Legislative and regulatory developments are picking up pace in Washington, DC, in advance of the Congressional recess. Key issues of interest to MCAA members include vaccination requirements, clean energy, electric vehicle tax credits, and revised Davis-Bacon regulations.
Vaccination Requirements On Hold
The Biden Administration’s vaccination mandates for employees in firms with more than 100 employees, and Federal contractors and subcontractors are now all on hold in the wake of invalidating court decisions and OSHA regulatory action.
MCAA has filed comments with OSHA, seeking a measured re-implementation of the OSHA Emergency Temporary Standard (ETS) on COVID-19 if a supervening court decision in the Sixth Circuit Court of Appeals would reinstate the rule by lifting the stay on enforcement before a full decision on the merits of the legal arguments. So, until further court action, the vaccination requirements remain in public policy “purgatory,” awaiting further judicial action.
The Senate passed a resolution of disapproval of the vaccination mandates in the OSHA ETS by a vote of 52 to 48 this week (Senators Joe Manchin (D-WV) and Jon Tester (D-MT) broke party lines and voted for the resolution). Similar passage in the House is judged very unlikely. It is even less likely that the President would sign such a resolution, if passed, condemning his own action.
New Clean Energy Executive Order Announced
President Biden released a Clean Energy Executive Order on December 8, 2021, containing a broad scope of administrative actions that “…. demonstrates how the United States will leverage its scale and procurement power to lead by example in tackling the climate crisis. The Executive Order will reduce emissions across federal operations, invest in American clean energy industries and manufacturing, and create clean, healthy, and resilient communities. The President is building on his whole-of-government effort to tackle the climate crisis in a way that creates well-paying jobs, grows industries, and makes the country more economically competitive.”
Among the many elements of the initiative, several below impact the construction industry:
“Transition federal infrastructure to zero-emission vehicles and energy efficient buildings powered by carbon-pollution-free electricity. … The federal government will work with utilities, developers, technology firms, financiers and other to purchase electricity produced from resources that generate no carbon emissions, including solar and wind, for all its operations by 2030. … With the scope and scale of this electricity demand, the federal government expects it will catalyze the development of at least 10 gigawatts of new American clean electricity production by 2030, spurring the creation of new union jobs and moving the country closer to achieving a carbon pollution-free electricity sector by 2035.”
“Modernize the federal building portfolio to reach net-zero emissions by 2045, including a 50 percent reduction in building emissions by 2031. The federal government will work across existing real property and during new building construction and major renovations to increases water and energy efficiency, reduce waste, electrify systems, and promote sustainable locations for federal facilities to strengthen the vitality and livability of the communities in which federal facilities are located. Additionally, the Biden-Harris Administration will implement the first-ever Federal Building Performance Standard and will use performance contracting to improve buildings with no up-front costs.”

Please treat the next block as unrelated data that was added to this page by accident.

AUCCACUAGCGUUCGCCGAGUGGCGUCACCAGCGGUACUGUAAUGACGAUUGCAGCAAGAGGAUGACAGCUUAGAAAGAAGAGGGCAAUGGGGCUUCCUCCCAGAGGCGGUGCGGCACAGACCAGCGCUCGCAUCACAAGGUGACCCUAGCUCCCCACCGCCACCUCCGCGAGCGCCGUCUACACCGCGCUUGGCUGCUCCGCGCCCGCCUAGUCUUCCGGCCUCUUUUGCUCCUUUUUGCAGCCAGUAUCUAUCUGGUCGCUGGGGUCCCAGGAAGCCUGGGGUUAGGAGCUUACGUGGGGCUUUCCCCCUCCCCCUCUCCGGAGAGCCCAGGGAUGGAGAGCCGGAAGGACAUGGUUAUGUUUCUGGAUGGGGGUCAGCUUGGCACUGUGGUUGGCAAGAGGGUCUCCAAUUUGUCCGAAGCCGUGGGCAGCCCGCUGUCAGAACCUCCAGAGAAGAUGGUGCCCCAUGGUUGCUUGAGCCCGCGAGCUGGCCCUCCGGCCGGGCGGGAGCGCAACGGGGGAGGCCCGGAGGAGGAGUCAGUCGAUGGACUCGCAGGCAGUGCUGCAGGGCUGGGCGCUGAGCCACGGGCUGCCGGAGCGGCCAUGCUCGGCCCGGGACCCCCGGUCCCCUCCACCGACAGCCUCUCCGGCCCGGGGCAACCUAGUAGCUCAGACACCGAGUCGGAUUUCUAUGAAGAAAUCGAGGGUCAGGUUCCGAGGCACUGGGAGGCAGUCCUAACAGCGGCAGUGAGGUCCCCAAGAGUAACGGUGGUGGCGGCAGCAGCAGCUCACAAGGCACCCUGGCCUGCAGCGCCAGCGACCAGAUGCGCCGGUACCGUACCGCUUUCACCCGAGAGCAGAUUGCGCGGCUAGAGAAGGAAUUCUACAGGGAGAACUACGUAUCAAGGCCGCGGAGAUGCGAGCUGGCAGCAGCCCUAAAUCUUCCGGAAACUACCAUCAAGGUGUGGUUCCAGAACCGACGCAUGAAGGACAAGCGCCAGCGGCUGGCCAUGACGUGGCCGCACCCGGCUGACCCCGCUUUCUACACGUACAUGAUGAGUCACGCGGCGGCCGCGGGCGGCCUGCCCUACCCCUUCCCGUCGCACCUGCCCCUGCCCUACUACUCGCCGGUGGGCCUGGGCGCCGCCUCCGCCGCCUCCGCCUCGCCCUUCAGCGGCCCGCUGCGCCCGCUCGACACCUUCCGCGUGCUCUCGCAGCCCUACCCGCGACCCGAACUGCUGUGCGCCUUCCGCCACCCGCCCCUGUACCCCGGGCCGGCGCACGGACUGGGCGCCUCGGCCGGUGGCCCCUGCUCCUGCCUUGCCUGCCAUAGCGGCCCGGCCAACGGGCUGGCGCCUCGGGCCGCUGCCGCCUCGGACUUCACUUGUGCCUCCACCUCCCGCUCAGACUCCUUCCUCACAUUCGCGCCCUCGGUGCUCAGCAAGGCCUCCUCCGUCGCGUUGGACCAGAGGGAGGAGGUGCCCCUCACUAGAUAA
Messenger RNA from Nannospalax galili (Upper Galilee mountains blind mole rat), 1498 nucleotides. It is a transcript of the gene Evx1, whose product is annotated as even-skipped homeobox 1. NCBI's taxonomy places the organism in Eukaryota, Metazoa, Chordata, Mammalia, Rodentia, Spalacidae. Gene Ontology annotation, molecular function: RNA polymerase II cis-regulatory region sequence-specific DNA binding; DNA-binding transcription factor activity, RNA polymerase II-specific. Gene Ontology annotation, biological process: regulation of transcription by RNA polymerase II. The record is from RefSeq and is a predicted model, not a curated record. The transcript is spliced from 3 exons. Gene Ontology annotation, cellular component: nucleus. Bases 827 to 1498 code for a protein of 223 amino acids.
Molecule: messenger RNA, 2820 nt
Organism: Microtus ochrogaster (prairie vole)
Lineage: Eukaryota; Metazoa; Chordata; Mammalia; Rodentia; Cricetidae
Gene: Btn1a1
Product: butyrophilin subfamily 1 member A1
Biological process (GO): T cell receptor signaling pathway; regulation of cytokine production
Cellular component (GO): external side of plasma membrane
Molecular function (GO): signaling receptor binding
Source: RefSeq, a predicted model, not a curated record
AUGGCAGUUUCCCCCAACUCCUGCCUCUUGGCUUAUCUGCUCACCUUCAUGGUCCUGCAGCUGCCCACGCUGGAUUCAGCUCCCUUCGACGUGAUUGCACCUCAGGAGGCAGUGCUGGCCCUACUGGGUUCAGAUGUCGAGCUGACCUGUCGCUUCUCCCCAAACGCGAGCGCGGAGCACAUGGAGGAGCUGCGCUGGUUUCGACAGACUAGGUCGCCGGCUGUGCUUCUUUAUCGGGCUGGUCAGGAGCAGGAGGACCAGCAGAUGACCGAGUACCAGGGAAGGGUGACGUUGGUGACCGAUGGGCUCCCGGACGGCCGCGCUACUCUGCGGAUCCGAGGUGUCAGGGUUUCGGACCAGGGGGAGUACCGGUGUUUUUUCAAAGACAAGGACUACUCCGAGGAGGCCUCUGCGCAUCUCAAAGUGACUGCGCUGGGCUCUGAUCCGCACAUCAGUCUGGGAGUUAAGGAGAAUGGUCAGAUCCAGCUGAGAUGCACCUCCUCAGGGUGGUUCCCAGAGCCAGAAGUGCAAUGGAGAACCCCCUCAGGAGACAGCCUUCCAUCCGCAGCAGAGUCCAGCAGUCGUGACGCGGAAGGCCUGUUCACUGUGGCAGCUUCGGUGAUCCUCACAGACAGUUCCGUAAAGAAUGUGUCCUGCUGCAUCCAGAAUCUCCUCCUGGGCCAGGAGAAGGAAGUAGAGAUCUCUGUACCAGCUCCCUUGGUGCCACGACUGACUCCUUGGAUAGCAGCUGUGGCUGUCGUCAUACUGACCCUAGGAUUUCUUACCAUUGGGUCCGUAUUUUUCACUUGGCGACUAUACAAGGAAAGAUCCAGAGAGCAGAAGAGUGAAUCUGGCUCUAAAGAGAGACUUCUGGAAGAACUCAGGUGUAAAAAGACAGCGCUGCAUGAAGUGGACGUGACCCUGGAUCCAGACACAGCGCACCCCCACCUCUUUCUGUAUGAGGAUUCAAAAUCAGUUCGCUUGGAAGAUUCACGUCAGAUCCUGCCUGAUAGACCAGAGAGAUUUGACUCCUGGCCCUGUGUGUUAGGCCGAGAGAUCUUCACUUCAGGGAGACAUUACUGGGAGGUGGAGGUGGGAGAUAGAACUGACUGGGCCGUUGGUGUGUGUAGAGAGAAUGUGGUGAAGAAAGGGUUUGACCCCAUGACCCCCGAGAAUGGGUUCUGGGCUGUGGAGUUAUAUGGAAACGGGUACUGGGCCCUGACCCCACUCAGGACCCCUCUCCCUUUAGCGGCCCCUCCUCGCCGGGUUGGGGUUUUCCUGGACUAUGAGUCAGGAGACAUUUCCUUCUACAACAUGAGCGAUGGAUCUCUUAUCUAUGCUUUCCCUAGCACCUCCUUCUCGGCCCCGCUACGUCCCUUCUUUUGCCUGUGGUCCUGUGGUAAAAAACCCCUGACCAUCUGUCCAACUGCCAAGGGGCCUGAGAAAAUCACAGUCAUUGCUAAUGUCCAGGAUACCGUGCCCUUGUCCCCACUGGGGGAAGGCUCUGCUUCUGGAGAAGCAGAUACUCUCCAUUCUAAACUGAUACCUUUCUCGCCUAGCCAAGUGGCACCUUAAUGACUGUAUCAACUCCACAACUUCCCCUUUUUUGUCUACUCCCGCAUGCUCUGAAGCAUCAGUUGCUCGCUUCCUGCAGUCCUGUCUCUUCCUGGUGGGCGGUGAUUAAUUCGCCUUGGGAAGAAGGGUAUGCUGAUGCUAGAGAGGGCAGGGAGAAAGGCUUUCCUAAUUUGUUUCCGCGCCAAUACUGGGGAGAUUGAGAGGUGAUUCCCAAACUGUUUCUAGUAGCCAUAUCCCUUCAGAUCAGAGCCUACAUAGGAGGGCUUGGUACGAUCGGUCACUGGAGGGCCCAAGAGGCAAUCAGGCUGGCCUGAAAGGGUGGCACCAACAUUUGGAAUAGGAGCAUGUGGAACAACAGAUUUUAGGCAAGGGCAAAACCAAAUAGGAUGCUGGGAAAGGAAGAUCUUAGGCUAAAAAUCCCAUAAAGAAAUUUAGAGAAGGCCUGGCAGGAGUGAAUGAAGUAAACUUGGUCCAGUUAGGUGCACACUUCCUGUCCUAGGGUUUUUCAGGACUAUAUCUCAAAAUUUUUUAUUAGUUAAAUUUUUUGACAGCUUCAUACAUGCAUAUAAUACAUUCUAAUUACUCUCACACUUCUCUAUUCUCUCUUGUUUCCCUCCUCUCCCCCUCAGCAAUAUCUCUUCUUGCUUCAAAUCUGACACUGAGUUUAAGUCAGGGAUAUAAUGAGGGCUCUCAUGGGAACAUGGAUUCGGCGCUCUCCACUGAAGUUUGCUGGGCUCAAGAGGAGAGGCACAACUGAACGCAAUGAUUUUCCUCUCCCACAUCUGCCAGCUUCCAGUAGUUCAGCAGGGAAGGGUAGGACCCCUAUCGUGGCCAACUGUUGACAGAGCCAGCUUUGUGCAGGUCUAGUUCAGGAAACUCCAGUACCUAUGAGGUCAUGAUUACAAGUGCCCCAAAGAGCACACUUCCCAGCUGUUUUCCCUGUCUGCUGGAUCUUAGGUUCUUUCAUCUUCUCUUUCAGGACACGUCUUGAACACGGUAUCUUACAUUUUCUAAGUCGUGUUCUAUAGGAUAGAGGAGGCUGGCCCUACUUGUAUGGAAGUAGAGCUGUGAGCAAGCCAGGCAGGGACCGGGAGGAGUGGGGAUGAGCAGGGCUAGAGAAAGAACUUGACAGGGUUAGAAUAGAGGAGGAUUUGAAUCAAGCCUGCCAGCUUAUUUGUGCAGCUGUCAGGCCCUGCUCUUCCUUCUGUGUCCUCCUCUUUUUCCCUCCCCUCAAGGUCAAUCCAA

“Make federal agencies more adaptive and resilient to the impacts of climate change, and increase the sustainability of federal supply chains, achieving net-zero emissions from federal procurement by 2050. The companies that supply the federal government are critical partners in achieving our climate goals and growing the economy and American jobs. Cutting emissions from the federal government’s procurement also means buying materials with a lower carbon footprint. The federal government will launch a “buy clean” initiative for low-carbon materials and prioritize the purchase of sustainable products, such as products without added perfluoroalkyl or polyfluoroalkyl substances (PFAS). Through these actions, the federal government will provide a large and stable signal to the market for sustainable and low-carbon goods made in America, advancing America’s industrial capacity to supply the goods and materials for the future while growing good jobs for American workers.
Electric Vehicle Tax Credits Under Review
The Senate parliamentarian is considering whether the Administration’s proposal to add $4,500 to the $7,500 tax credit for the purchase of electric vehicles that are assembled by domestic US union labor is appropriate for inclusion in the Build Back Better reconciliation proposal pending in Congress.
Revised Davis-Bacon Regulations Inching Forward
The long-awaited proposal to revamp the US Department of Labor’s (DOL) Wage and Hour Division regulations implementing the Davis-Bacon Act took the final step in the regulatory process. On December 3, 2021, DOL sent the regulatory proposal to the Office of Management and Budget’s Office of Information and Regulatory Affairs (OIRA) for a final look-through.
MCAA commented on those regulatory proposals earlier this year, seeking changes in peak week reporting and asking for a review of the 50% threshold for prevailing wage determinations. These changes are of consequence now as the infrastructure legislation will bring a broad expansion of Davis-Bacon projects across all markets covered by the measure.
MCAA will continue to monitor legislative and regulatory actions and provide updates as appropriate. In the meantime, questions about these activities can be directed to John McNerney.